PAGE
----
Updated: Aug 30
For our eleventh Points Interview, we do something new–take our first visit to opium in historical scholarship. We’re pleased to do it through an interview with Diana L. Ahmad, whose book The Opium Debate and Chinese Exclusion Laws in the Nineteenth-Century American West (University of Nevada Press) has just appeared in a new paperback edition. The Opium Debate explains the extent to which the response to smoking-opium/opium smoking influenced the policy world of Chinese exclusion–and does so in a very carefully researched study.
Describe your book in terms your mother (or the average mother-in-the-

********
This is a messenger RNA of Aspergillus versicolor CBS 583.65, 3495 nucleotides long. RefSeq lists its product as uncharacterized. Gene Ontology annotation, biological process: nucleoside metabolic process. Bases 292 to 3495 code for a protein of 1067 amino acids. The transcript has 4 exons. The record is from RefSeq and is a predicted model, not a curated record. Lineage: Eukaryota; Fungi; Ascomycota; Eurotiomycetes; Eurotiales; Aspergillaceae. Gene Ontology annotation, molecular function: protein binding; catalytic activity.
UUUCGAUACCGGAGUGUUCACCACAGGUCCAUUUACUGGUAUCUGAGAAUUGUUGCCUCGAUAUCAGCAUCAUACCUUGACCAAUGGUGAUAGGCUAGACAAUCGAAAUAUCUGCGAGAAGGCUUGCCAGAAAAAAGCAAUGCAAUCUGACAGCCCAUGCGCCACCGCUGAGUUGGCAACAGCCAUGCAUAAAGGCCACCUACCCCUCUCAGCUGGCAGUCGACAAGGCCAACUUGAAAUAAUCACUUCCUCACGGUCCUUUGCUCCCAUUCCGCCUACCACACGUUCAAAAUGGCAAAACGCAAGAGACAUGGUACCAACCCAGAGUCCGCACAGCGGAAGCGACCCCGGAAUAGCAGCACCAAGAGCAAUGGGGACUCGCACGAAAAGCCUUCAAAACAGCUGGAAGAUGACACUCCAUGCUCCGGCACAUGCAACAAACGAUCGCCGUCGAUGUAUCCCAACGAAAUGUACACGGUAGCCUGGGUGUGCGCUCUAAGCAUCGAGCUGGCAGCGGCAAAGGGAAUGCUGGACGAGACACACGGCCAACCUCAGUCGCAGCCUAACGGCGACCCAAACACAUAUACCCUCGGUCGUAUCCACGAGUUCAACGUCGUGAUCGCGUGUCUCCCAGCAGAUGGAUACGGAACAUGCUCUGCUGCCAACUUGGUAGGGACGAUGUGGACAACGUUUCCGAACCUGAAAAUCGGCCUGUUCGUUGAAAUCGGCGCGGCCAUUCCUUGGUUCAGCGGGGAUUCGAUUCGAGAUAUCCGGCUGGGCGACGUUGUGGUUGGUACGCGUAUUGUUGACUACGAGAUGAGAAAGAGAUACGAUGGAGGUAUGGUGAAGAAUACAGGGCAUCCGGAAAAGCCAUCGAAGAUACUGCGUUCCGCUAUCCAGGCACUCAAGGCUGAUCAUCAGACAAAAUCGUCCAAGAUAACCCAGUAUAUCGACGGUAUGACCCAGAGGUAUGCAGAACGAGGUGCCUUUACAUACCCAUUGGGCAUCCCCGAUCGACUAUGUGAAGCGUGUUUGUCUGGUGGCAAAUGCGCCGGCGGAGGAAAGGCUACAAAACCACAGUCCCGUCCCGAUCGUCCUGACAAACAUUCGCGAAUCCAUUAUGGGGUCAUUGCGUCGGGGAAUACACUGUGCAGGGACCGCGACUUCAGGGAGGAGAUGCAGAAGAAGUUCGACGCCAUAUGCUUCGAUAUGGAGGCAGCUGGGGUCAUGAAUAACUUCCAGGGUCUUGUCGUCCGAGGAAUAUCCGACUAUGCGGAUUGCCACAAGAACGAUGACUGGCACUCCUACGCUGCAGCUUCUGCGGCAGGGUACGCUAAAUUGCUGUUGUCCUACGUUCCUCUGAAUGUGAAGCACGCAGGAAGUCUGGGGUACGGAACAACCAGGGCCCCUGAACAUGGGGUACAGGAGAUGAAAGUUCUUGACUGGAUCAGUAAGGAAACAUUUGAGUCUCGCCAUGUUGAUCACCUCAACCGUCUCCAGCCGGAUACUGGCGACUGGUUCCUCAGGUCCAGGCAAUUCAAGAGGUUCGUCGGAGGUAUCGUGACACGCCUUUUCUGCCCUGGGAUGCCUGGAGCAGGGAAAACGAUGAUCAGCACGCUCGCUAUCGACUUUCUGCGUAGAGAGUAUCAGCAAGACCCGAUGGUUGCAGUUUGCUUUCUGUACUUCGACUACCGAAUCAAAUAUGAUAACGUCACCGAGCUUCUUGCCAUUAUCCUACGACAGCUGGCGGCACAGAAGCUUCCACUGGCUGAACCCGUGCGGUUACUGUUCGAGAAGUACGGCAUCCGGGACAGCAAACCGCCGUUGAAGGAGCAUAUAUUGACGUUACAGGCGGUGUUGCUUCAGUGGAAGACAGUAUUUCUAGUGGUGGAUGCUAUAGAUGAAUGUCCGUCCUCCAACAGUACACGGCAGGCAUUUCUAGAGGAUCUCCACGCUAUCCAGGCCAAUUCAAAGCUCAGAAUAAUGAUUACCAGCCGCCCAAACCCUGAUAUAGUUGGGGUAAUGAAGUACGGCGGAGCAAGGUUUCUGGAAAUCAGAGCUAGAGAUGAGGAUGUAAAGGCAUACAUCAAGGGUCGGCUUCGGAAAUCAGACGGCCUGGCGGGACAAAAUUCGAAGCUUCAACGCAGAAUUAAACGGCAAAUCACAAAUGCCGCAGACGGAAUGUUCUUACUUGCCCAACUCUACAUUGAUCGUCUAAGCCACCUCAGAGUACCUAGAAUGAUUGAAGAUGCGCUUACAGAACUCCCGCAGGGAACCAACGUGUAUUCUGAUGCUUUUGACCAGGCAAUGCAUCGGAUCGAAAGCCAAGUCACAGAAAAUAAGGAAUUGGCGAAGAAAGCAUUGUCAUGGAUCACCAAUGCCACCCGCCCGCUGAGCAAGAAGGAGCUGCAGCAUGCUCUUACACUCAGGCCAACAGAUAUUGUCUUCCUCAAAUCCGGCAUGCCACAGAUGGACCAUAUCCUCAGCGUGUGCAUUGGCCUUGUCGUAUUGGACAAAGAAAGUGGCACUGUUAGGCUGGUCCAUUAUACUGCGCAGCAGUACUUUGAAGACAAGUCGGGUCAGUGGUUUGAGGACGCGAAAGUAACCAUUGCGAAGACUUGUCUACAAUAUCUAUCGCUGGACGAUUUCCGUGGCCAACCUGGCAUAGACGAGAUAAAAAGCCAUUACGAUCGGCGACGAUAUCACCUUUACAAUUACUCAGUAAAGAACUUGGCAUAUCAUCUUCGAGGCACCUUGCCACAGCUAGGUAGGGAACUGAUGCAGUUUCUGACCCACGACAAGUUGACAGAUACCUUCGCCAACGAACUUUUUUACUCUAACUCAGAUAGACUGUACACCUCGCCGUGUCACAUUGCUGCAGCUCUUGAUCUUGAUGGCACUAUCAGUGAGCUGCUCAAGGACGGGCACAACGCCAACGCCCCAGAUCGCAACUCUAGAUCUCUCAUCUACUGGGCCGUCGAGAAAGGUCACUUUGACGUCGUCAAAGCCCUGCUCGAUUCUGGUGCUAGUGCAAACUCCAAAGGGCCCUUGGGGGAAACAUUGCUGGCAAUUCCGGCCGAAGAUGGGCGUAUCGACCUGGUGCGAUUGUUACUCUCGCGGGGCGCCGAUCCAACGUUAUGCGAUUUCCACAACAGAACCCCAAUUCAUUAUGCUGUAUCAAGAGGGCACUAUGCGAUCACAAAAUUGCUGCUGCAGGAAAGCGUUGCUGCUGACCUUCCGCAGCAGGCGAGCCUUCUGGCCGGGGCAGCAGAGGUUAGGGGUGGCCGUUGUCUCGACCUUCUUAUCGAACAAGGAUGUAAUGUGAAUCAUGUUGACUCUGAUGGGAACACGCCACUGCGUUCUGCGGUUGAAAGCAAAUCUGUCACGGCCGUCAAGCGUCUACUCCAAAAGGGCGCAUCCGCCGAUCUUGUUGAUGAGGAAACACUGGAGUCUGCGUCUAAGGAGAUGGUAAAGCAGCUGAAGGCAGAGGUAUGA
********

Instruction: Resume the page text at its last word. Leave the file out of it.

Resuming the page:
When people think of the Chinese in the nineteenth-century American West, they often visualize a man with a long queue wearing traditional clothing working as a cook and housekeeper, like Hop Sing in Bonanza. Others might think of Chinese launderers in the mining towns or laborers building railroads, such as the Central Pacific. The thousands of Chinese men who moved to the United States came as sojourners with little intention of remaining in the country. Instead, they hoped to earn enough money to help their families economically, and then return home. As a result, few Chinese women accompanied the workers to Gam Saan (Gold Mountain or San Francisco). With the lack of Chinese women available to form families in the West, a few of the men occupied their time in vice activities, such as gambling (games akin to lotteries), Chinese prostitution, or smoking opium. It must be remembered that FEW of the men smoked opium, but that did not matter to the Anglo-Americans who noticed that the “sporting classes” of whites began to visit the opium dens in Chinatown by the 1870s. Then children started to go to the dens, and soon the middle class visited them. Because the mid-to-late nineteenth century middle and elite classes believed in Victorian values, smoking opium threatened their standards and beliefs. Women needed to remain in the homes and smoking opium attacked the values they held dear, including purity, piety, domesticity, and submissiveness.